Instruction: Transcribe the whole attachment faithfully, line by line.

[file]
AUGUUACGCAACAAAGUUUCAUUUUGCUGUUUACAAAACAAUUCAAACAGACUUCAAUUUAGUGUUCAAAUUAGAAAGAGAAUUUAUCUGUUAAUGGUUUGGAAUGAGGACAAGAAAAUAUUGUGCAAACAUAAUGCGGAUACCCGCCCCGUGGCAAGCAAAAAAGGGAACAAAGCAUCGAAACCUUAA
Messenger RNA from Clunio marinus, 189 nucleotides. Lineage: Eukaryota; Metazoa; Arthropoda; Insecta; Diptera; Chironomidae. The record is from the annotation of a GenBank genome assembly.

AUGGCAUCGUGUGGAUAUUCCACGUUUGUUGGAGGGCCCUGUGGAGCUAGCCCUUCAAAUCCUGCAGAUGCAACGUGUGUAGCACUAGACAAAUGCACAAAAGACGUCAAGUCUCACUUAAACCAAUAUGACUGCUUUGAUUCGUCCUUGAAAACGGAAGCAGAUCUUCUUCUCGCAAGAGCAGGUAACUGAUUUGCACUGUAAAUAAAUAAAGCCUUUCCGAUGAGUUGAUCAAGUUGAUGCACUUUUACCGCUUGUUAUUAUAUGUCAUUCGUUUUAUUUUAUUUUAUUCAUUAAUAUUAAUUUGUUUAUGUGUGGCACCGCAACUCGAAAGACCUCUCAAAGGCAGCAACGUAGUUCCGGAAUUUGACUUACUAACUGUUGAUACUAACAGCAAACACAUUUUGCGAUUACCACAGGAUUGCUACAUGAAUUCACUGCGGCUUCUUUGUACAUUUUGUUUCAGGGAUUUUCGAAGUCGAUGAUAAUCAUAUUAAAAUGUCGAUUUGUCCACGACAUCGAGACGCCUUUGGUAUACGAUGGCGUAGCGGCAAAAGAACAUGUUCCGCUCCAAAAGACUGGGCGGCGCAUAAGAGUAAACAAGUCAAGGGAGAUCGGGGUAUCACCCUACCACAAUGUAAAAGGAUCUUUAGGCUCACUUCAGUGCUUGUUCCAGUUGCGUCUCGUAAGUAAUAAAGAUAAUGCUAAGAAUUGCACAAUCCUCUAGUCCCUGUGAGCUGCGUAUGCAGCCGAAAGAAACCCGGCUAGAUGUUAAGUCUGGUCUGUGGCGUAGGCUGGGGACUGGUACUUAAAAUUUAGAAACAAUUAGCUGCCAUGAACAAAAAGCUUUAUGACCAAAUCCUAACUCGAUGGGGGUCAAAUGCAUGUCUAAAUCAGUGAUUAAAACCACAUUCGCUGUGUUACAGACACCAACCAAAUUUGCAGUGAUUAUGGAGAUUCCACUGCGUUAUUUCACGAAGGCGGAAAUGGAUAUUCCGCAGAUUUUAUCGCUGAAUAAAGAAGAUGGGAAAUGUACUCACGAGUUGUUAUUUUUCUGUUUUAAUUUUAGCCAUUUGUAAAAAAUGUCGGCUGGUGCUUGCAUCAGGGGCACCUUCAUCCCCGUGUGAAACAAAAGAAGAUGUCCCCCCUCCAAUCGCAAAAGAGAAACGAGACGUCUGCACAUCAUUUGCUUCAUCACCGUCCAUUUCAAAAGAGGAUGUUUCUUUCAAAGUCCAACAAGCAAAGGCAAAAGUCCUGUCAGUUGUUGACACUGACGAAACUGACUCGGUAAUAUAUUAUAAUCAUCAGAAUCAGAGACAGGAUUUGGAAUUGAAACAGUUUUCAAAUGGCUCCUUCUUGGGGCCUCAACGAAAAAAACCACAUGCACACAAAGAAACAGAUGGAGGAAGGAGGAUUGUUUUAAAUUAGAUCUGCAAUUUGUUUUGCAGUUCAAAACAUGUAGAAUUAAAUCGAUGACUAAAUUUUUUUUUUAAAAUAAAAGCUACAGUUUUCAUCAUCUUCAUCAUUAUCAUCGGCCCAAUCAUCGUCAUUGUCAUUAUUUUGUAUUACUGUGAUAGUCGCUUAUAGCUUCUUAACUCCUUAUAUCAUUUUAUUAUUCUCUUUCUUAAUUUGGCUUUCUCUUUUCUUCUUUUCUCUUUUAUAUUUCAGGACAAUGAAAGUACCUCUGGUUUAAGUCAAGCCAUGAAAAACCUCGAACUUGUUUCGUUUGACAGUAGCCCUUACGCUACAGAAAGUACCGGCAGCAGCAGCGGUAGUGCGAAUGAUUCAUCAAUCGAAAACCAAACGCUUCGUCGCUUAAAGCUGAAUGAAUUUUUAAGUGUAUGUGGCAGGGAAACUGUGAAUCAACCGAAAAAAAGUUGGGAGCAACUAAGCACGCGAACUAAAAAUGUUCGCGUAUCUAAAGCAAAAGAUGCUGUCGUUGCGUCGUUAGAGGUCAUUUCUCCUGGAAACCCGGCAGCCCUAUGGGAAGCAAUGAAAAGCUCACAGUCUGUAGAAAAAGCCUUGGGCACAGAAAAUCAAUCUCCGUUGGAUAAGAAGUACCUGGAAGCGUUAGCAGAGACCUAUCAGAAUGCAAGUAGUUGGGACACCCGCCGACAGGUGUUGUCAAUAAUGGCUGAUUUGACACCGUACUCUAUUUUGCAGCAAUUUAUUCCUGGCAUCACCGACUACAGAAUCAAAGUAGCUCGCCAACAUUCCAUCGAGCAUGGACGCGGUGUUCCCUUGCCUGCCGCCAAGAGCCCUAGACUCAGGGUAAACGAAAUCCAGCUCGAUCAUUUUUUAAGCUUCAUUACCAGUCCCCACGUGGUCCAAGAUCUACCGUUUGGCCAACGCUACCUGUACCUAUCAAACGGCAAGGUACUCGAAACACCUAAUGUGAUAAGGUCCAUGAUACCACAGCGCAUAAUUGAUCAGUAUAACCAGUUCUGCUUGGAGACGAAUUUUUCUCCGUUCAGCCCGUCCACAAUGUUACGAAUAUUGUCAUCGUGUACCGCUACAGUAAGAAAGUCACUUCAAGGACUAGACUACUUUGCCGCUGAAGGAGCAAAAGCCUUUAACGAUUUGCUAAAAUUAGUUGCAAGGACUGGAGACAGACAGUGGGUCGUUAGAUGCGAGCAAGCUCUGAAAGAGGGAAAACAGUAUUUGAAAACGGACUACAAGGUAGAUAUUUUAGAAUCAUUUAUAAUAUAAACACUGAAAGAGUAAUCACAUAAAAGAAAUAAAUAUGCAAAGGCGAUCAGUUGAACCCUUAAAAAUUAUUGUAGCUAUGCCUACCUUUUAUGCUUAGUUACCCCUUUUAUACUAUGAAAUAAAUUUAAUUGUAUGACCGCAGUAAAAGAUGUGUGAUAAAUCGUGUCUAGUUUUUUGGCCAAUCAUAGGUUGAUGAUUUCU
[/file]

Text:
AUGUUACGCAACAAAGUUUCAUUUUGCUGUUUACAAAACAAUUCAAACAGACUUCAAUUUAGUGUUCAAAUUAGAAAGAGAAUUUAUCUGUUAAUGGUUUGGAAUGAGGACAAGAAAAUAUUGUGCAAACAUAAUGCGGAUACCCGCCCCGUGGCAAGCAAAAAAGGGAACAAAGCAUCGAAACCUUAA
Messenger RNA from Clunio marinus, 189 nucleotides. Lineage: Eukaryota; Metazoa; Arthropoda; Insecta; Diptera; Chironomidae. The record is from the annotation of a GenBank genome assembly.

AUGGCAUCGUGUGGAUAUUCCACGUUUGUUGGAGGGCCCUGUGGAGCUAGCCCUUCAAAUCCUGCAGAUGCAACGUGUGUAGCACUAGACAAAUGCACAAAAGACGUCAAGUCUCACUUAAACCAAUAUGACUGCUUUGAUUCGUCCUUGAAAACGGAAGCAGAUCUUCUUCUCGCAAGAGCAGGUAACUGAUUUGCACUGUAAAUAAAUAAAGCCUUUCCGAUGAGUUGAUCAAGUUGAUGCACUUUUACCGCUUGUUAUUAUAUGUCAUUCGUUUUAUUUUAUUUUAUUCAUUAAUAUUAAUUUGUUUAUGUGUGGCACCGCAACUCGAAAGACCUCUCAAAGGCAGCAACGUAGUUCCGGAAUUUGACUUACUAACUGUUGAUACUAACAGCAAACACAUUUUGCGAUUACCACAGGAUUGCUACAUGAAUUCACUGCGGCUUCUUUGUACAUUUUGUUUCAGGGAUUUUCGAAGUCGAUGAUAAUCAUAUUAAAAUGUCGAUUUGUCCACGACAUCGAGACGCCUUUGGUAUACGAUGGCGUAGCGGCAAAAGAACAUGUUCCGCUCCAAAAGACUGGGCGGCGCAUAAGAGUAAACAAGUCAAGGGAGAUCGGGGUAUCACCCUACCACAAUGUAAAAGGAUCUUUAGGCUCACUUCAGUGCUUGUUCCAGUUGCGUCUCGUAAGUAAUAAAGAUAAUGCUAAGAAUUGCACAAUCCUCUAGUCCCUGUGAGCUGCGUAUGCAGCCGAAAGAAACCCGGCUAGAUGUUAAGUCUGGUCUGUGGCGUAGGCUGGGGACUGGUACUUAAAAUUUAGAAACAAUUAGCUGCCAUGAACAAAAAGCUUUAUGACCAAAUCCUAACUCGAUGGGGGUCAAAUGCAUGUCUAAAUCAGUGAUUAAAACCACAUUCGCUGUGUUACAGACACCAACCAAAUUUGCAGUGAUUAUGGAGAUUCCACUGCGUUAUUUCACGAAGGCGGAAAUGGAUAUUCCGCAGAUUUUAUCGCUGAAUAAAGAAGAUGGGAAAUGUACUCACGAGUUGUUAUUUUUCUGUUUUAAUUUUAGCCAUUUGUAAAAAAUGUCGGCUGGUGCUUGCAUCAGGGGCACCUUCAUCCCCGUGUGAAACAAAAGAAGAUGUCCCCCCUCCAAUCGCAAAAGAGAAACGAGACGUCUGCACAUCAUUUGCUUCAUCACCGUCCAUUUCAAAAGAGGAUGUUUCUUUCAAAGUCCAACAAGCAAAGGCAAAAGUCCUGUCAGUUGUUGACACUGACGAAACUGACUCGGUAAUAUAUUAUAAUCAUCAGAAUCAGAGACAGGAUUUGGAAUUGAAACAGUUUUCAAAUGGCUCCUUCUUGGGGCCUCAACGAAAAAAACCACAUGCACACAAAGAAACAGAUGGAGGAAGGAGGAUUGUUUUAAAUUAGAUCUGCAAUUUGUUUUGCAGUUCAAAACAUGUAGAAUUAAAUCGAUGACUAAAUUUUUUUUUUAAAAUAAAAGCUACAGUUUUCAUCAUCUUCAUCAUUAUCAUCGGCCCAAUCAUCGUCAUUGUCAUUAUUUUGUAUUACUGUGAUAGUCGCUUAUAGCUUCUUAACUCCUUAUAUCAUUUUAUUAUUCUCUUUCUUAAUUUGGCUUUCUCUUUUCUUCUUUUCUCUUUUAUAUUUCAGGACAAUGAAAGUACCUCUGGUUUAAGUCAAGCCAUGAAAAACCUCGAACUUGUUUCGUUUGACAGUAGCCCUUACGCUACAGAAAGUACCGGCAGCAGCAGCGGUAGUGCGAAUGAUUCAUCAAUCGAAAACCAAACGCUUCGUCGCUUAAAGCUGAAUGAAUUUUUAAGUGUAUGUGGCAGGGAAACUGUGAAUCAACCGAAAAAAAGUUGGGAGCAACUAAGCACGCGAACUAAAAAUGUUCGCGUAUCUAAAGCAAAAGAUGCUGUCGUUGCGUCGUUAGAGGUCAUUUCUCCUGGAAACCCGGCAGCCCUAUGGGAAGCAAUGAAAAGCUCACAGUCUGUAGAAAAAGCCUUGGGCACAGAAAAUCAAUCUCCGUUGGAUAAGAAGUACCUGGAAGCGUUAGCAGAGACCUAUCAGAAUGCAAGUAGUUGGGACACCCGCCGACAGGUGUUGUCAAUAAUGGCUGAUUUGACACCGUACUCUAUUUUGCAGCAAUUUAUUCCUGGCAUCACCGACUACAGAAUCAAAGUAGCUCGCCAACAUUCCAUCGAGCAUGGACGCGGUGUUCCCUUGCCUGCCGCCAAGAGCCCUAGACUCAGGGUAAACGAAAUCCAGCUCGAUCAUUUUUUAAGCUUCAUUACCAGUCCCCACGUGGUCCAAGAUCUACCGUUUGGCCAACGCUACCUGUACCUAUCAAACGGCAAGGUACUCGAAACACCUAAUGUGAUAAGGUCCAUGAUACCACAGCGCAUAAUUGAUCAGUAUAACCAGUUCUGCUUGGAGACGAAUUUUUCUCCGUUCAGCCCGUCCACAAUGUUACGAAUAUUGUCAUCGUGUACCGCUACAGUAAGAAAGUCACUUCAAGGACUAGACUACUUUGCCGCUGAAGGAGCAAAAGCCUUUAACGAUUUGCUAAAAUUAGUUGCAAGGACUGGAGACAGACAGUGGGUCGUUAGAUGCGAGCAAGCUCUGAAAGAGGGAAAACAGUAUUUGAAAACGGACUACAAGGUAGAUAUUUUAGAAUCAUUUAUAAUAUAAACACUGAAAGAGUAAUCACAUAAAAGAAAUAAAUAUGCAAAGGCGAUCAGUUGAACCCUUAAAAAUUAUUGUAGCUAUGCCUACCUUUUAUGCUUAGUUACCCCUUUUAUACUAUGAAAUAAAUUUAAUUGUAUGACCGCAGUAAAAGAUGUGUGAUAAAUCGUGUCUAGUUUUUUGGCCAAUCAUAGGUUGAUGAUUUCU